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Recommendation on Improving the Human Rights Situation in Immigration Protection Facilities (Immigration Detention Facilities)

  • 2022-06-22
  • 902

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Recommendation on Improving the Human Rights Situation in Immigration Protection Facilities (Immigration Detention Facilities)

- NHRCK recommended improving the overall environment of facilities to prevent the violation of the detainees’ rights, following the on-site investigations -


The National Human Rights Commission of Korea (hereinafter the ‘NHRCK’ or the ‘Commission’) conducted on-site investigation on immigration protection facilities in Hwaseong, Incheon, Seoul, Cheongju and Yeosu from September to October 2021. Following the investigation, the NHRCK recommended the Minister of Justice to implement improved policies and systems to promote the rights of the detainees and prevent human rights violations.


The Commission has been conducting annual on-site investigation on immigration detention facilities in Korea, pursuant to the Article 24 (Visits and Investigation of Facilities) of the National Human Rights Commission of Korea Act, with aims to prevent ill treatment against foreigners who are virtually deprived of physical freedom in administrative detention pursuant to the Immigration Control Act; to advance the standards for rights and treatment of detained foreigners; and to turn the ‘detention-oriented’ facilities into ‘protection-orientated’ and human rights-friendly place.


In 2021, the Commission visited immigration detention facilities in Hwaseong, Incheon, Cheongju and Yeosu to investigate the human rights situations in these facilities, including the detention environment and treatment in general for the detainees, the detainees’ right to health and medical treatment, right of privacy and human dignity, right to external communication and access to information, reasonable accommodation for people under vulnerable conditions, and the treatment for people in prolonged detention.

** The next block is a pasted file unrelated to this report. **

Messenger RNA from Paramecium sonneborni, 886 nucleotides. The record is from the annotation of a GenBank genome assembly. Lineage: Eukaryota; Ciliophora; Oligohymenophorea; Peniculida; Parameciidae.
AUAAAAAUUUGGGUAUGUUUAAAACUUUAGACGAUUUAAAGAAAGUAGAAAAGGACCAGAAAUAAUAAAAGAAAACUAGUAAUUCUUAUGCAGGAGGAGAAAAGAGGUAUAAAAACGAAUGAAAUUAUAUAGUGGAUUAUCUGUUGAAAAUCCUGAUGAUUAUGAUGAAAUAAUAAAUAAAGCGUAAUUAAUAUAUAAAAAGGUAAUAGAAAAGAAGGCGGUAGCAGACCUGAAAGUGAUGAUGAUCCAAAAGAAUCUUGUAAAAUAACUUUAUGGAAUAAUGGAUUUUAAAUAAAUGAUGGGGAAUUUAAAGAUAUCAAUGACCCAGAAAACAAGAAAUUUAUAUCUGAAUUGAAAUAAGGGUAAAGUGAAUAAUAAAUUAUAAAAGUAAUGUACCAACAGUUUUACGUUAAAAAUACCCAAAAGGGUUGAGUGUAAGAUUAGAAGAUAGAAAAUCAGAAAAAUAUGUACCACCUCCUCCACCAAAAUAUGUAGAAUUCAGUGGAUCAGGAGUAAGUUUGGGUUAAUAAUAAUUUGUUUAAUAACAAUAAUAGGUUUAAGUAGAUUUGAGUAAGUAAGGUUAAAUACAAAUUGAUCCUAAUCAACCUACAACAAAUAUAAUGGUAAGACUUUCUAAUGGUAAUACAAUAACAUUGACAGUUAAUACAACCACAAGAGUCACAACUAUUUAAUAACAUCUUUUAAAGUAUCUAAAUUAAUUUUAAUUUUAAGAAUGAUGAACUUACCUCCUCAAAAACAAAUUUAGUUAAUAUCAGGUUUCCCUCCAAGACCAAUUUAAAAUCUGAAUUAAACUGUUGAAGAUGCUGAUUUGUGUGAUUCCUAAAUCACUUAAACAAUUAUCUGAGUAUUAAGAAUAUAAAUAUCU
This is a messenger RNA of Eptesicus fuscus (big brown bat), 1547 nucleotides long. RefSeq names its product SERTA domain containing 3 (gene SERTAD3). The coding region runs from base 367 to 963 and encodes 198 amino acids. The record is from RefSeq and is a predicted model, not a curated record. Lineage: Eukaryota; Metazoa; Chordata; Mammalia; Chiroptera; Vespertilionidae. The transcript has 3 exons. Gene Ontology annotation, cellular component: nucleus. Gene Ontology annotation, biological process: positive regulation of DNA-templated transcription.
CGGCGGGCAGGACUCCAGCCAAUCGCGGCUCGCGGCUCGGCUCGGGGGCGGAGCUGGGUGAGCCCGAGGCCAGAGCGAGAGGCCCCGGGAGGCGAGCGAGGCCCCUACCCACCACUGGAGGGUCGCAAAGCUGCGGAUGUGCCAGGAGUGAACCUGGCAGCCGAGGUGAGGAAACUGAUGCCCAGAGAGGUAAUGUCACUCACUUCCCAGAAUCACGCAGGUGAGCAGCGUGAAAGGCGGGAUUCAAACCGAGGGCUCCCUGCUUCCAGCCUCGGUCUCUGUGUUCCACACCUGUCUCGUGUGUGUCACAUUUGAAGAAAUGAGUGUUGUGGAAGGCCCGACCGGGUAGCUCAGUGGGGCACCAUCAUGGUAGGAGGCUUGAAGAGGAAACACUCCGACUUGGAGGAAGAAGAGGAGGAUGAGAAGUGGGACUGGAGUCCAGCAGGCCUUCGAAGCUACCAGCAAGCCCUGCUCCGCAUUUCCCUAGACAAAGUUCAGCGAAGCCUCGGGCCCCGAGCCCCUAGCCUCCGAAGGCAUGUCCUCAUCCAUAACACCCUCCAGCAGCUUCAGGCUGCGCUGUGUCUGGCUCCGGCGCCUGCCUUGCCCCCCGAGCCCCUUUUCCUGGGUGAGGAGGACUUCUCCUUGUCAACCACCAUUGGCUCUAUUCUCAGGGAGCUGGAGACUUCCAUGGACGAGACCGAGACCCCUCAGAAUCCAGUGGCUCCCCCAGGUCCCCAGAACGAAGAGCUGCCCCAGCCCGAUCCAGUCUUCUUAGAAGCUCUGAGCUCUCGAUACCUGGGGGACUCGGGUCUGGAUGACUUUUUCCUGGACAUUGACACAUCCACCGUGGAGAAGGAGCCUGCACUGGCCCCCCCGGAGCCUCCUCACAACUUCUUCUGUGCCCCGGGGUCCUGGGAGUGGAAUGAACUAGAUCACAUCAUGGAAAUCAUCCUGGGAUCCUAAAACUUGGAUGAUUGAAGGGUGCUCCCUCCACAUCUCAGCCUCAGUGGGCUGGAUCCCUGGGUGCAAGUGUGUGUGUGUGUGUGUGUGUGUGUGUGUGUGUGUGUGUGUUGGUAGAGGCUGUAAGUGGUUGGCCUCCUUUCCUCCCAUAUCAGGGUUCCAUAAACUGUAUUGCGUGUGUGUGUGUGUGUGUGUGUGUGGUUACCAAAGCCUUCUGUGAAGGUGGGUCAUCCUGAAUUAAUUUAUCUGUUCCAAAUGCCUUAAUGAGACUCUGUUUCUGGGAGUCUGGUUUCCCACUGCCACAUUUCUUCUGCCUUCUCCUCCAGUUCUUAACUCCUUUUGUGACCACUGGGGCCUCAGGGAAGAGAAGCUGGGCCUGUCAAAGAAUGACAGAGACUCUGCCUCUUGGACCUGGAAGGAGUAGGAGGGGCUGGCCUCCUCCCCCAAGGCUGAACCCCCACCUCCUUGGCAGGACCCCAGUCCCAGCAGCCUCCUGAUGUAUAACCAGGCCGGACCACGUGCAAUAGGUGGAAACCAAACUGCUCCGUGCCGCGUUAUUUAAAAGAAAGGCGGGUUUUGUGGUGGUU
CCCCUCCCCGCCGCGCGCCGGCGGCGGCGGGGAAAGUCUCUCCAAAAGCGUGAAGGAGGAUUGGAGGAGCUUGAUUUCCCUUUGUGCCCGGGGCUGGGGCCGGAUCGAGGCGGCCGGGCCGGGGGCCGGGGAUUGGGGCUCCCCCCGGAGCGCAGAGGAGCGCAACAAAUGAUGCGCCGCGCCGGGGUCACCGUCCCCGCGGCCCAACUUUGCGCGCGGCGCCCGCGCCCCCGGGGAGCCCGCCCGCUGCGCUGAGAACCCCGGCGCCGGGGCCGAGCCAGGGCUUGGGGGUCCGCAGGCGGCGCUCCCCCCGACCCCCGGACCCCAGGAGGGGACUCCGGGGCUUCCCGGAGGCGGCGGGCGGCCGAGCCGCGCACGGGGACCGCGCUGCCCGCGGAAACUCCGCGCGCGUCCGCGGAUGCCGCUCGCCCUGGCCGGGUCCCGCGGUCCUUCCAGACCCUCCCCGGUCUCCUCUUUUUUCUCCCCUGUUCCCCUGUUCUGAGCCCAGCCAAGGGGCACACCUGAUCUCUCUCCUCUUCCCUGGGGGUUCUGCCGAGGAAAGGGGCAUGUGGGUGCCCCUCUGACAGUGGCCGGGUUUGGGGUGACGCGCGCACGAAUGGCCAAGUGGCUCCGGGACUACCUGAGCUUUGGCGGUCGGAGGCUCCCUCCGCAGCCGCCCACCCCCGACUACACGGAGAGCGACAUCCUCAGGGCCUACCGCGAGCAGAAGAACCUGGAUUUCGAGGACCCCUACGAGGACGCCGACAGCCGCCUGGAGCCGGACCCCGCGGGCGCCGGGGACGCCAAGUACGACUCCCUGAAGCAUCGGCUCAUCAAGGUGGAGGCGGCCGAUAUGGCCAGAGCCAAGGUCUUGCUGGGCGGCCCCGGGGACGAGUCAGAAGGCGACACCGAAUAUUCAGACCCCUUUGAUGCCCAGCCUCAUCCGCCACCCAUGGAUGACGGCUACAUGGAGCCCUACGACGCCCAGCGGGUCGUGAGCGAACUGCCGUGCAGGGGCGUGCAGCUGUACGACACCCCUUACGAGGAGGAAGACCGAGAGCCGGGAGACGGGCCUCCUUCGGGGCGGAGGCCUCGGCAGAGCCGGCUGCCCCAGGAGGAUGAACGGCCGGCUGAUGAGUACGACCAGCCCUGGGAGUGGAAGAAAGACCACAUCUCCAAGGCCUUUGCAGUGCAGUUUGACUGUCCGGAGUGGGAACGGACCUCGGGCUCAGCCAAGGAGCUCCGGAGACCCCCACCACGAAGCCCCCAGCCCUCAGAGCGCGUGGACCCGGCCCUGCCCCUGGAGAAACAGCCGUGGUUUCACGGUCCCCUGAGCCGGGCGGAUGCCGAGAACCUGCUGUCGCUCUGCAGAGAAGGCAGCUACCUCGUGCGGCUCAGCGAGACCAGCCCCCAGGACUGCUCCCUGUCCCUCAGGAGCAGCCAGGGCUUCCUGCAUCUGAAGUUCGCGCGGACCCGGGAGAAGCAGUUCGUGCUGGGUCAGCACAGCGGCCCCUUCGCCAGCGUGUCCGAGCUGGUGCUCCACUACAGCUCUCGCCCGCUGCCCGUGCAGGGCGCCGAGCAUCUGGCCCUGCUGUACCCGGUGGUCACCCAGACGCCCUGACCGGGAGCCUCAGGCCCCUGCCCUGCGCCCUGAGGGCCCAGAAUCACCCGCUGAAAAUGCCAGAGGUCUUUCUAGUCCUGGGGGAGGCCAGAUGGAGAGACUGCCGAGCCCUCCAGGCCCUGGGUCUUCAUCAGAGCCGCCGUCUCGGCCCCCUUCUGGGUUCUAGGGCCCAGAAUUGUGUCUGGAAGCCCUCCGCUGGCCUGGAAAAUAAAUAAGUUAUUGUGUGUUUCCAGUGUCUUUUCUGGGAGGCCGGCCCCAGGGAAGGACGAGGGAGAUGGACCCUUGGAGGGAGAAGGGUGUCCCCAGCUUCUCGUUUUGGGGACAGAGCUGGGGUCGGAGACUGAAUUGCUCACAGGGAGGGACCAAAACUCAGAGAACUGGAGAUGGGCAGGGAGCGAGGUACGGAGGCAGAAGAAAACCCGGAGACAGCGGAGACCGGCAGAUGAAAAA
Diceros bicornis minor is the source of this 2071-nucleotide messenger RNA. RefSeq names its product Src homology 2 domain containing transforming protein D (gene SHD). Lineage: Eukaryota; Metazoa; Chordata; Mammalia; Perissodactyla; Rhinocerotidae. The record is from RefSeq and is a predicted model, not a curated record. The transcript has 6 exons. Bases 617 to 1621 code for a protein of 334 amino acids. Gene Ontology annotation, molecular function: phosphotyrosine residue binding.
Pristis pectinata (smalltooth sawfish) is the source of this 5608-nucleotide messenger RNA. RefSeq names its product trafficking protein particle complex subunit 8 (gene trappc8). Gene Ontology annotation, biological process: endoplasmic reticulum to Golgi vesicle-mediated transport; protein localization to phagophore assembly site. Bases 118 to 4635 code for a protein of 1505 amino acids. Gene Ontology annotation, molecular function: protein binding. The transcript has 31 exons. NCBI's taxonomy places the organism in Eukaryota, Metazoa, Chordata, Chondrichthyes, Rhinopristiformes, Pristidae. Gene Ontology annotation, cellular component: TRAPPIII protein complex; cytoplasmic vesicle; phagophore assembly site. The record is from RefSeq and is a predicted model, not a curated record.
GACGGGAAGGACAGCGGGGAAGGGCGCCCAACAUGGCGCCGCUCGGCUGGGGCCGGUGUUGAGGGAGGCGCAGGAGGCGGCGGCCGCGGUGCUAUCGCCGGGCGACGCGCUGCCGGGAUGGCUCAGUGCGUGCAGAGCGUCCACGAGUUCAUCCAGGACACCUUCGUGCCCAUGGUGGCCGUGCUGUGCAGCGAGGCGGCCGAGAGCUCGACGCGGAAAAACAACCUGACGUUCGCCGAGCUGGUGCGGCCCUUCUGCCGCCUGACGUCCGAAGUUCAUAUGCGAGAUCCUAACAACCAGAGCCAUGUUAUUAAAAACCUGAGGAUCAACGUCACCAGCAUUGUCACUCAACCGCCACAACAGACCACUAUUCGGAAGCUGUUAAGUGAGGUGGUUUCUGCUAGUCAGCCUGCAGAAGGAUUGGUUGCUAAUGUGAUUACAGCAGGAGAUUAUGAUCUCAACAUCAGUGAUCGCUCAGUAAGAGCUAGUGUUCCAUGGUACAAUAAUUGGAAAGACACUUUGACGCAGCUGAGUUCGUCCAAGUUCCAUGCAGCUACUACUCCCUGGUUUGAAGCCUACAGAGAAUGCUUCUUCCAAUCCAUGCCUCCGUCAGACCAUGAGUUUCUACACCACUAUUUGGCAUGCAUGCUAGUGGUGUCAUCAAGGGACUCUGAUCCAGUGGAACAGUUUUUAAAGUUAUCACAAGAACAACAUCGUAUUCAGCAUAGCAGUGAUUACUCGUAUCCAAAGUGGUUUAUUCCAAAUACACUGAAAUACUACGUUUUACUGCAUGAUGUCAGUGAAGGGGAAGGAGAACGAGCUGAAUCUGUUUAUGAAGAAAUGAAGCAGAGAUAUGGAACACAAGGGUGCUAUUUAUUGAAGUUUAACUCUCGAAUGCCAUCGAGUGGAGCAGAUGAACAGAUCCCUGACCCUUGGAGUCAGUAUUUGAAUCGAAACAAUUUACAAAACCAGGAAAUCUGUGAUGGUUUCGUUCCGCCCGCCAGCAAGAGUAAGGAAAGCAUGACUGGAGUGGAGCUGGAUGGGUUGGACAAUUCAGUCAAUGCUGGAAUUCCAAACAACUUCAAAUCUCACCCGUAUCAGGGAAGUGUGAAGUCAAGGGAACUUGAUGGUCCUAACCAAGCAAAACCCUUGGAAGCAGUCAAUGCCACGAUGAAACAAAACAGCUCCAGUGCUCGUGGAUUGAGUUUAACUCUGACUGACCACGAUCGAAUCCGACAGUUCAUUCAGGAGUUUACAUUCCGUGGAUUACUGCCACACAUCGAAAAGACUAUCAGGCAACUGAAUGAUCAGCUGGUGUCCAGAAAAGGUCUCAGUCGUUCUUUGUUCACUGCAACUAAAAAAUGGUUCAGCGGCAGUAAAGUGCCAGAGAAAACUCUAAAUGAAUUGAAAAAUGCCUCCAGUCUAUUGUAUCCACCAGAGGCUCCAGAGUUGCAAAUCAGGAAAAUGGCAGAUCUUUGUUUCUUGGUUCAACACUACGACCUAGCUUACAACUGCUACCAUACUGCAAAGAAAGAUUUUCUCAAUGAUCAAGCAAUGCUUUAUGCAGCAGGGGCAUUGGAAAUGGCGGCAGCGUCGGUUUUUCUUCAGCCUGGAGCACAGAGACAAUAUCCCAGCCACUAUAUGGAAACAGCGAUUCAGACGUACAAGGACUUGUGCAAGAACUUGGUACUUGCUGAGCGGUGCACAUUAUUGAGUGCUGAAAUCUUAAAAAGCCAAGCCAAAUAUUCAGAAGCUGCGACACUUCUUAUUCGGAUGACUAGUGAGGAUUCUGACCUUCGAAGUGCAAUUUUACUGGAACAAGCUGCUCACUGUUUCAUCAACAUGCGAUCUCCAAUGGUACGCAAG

Based on the findings, the NHRCK recommended the following to the Minister of Justice.


The Environment of Immigration Detention Facilities

- To observe the minimum standard for personal living space and to consider the possibility of suspending detention temporarily or permanently with a view to preventing the risk of damaging human dignity and value of detainees from overcrowded detention during the COVID-19 pandemic.

- To set a principle that the possession of personal belongings should not be limited and, if necessary, the restriction of possession should be based on law. 

- To add more personal lockers in detention area and to allow for more variety and quantity in the items which can be brought into the facilities.

- To set a principle that detainees should wear plain clothes, and to amend the Foreigners Protection Rule and other relevant regulations to provide detainees with uniforms upon the request from the detainees.

- To ensure at least an hour of outdoor exercise for the detainees and to take measures to guarantee exercise time for every detainee in the pandemic situation.